"It wasn't just myself or Russell or Perk. It was everybody," Durant said. "It was nothing that people should be blowing out of proportion. It happens every single day. Teams go through emotions, things happen. It's a competitive sport man, everybody's not always going to come in and be happy.

"I think you guys should just let it go man. I know you guys like conflict but you should just let it go."

Westbrook's mood was extremely reserved as he was clearly annoyed at the line of questioning he was met with before the game. Durant had a similar tone, but was at least willing to expound on the situation a bit. But it was certainly a different atmosphere than normal before a Thunder game. Maybe that had something to do with the world champion Mavericks being in town, but maybe not.

Westbrook said at the end of last season that he wanted to do a better job controlling his emotions and temper. I asked how he felt he was doing with that this season.

"Okay. I could definitely do better," he said. "But it's early in the year. We're winning. So everything's good."

Head coach Scott Brooks did his best to just pass this off as just the life of an NBA team.

"If you don't have disagreements, that means your team isn't very good," he said. "The game before that I got into a heated debate against our bigs. They weren't doing a good job in pick-and-roll defense. I think it's debate. To me an altercation is a fight or a shove or something like that. A discussion is different than an altercation but that did not happen.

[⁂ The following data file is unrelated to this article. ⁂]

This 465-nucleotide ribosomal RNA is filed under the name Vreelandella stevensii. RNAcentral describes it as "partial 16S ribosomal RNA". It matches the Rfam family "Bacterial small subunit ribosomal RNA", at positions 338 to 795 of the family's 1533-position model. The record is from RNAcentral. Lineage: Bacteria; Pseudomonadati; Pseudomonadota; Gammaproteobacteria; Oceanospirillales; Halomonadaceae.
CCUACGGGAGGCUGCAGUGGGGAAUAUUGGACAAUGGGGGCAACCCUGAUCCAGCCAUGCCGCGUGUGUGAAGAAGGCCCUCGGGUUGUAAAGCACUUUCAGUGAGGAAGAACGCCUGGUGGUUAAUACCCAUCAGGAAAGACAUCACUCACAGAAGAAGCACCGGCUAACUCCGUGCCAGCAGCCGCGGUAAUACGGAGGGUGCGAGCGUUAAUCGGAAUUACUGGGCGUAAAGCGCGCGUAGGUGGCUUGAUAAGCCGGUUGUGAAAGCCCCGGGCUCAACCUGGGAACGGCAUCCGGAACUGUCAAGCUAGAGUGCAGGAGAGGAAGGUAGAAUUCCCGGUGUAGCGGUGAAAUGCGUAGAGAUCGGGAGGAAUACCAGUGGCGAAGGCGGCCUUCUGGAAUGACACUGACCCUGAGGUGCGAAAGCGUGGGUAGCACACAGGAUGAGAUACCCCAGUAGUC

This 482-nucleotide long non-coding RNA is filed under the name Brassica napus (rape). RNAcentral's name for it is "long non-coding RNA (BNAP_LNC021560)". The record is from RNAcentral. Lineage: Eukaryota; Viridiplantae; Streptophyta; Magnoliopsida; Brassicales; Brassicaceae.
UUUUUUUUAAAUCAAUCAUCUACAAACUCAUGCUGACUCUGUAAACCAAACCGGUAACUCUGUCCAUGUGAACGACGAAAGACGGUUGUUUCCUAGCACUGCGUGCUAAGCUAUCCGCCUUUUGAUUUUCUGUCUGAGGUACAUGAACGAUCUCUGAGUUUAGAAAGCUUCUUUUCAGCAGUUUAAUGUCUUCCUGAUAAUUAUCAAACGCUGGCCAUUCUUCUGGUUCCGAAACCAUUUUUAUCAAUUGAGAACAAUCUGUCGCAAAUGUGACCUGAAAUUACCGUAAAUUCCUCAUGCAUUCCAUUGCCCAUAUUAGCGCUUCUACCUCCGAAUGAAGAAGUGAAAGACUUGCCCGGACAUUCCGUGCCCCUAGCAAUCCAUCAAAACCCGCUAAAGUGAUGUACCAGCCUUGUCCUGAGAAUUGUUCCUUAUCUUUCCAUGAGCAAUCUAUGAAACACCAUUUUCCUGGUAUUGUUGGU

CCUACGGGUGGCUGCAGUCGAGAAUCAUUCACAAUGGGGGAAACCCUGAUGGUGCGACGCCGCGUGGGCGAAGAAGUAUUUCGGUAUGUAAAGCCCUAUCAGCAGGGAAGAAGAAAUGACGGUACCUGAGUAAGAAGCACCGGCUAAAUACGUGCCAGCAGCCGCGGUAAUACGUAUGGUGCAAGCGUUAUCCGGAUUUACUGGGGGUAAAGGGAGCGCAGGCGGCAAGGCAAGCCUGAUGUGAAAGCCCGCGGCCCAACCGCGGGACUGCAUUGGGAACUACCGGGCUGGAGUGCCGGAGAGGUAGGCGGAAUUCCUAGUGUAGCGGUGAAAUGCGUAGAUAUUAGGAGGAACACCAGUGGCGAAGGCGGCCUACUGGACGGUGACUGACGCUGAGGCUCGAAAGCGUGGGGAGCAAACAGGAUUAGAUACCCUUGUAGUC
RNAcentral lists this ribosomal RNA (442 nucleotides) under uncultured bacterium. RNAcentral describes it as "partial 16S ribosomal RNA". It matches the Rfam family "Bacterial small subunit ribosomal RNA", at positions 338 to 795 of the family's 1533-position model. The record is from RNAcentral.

"I've been coaching these guys for four years and we haven't had one fight, which surprises me," Brooks said. "We haven't had any issues that were below the belt where I had to step in."
Posted on: December 29, 2011 4:55 pm
Edited on: December 29, 2011 9:17 pm

Coach Brooks: Thunder altercation was 'healthy'

Posted by Ben Golliverbrooks-westbrook

Oklahoma City Thunder coach Scott Brooks says that an extended verbal altercation between his two All-Stars is not a big deal.

Kevin Durant and Russell Westbrook reportedly got into an extended "altercation" after Westbrook reportedly scolded Thabo Sefalosha for failing to shoot with an open look during a Wednesday night game against the Memphis Grizzlies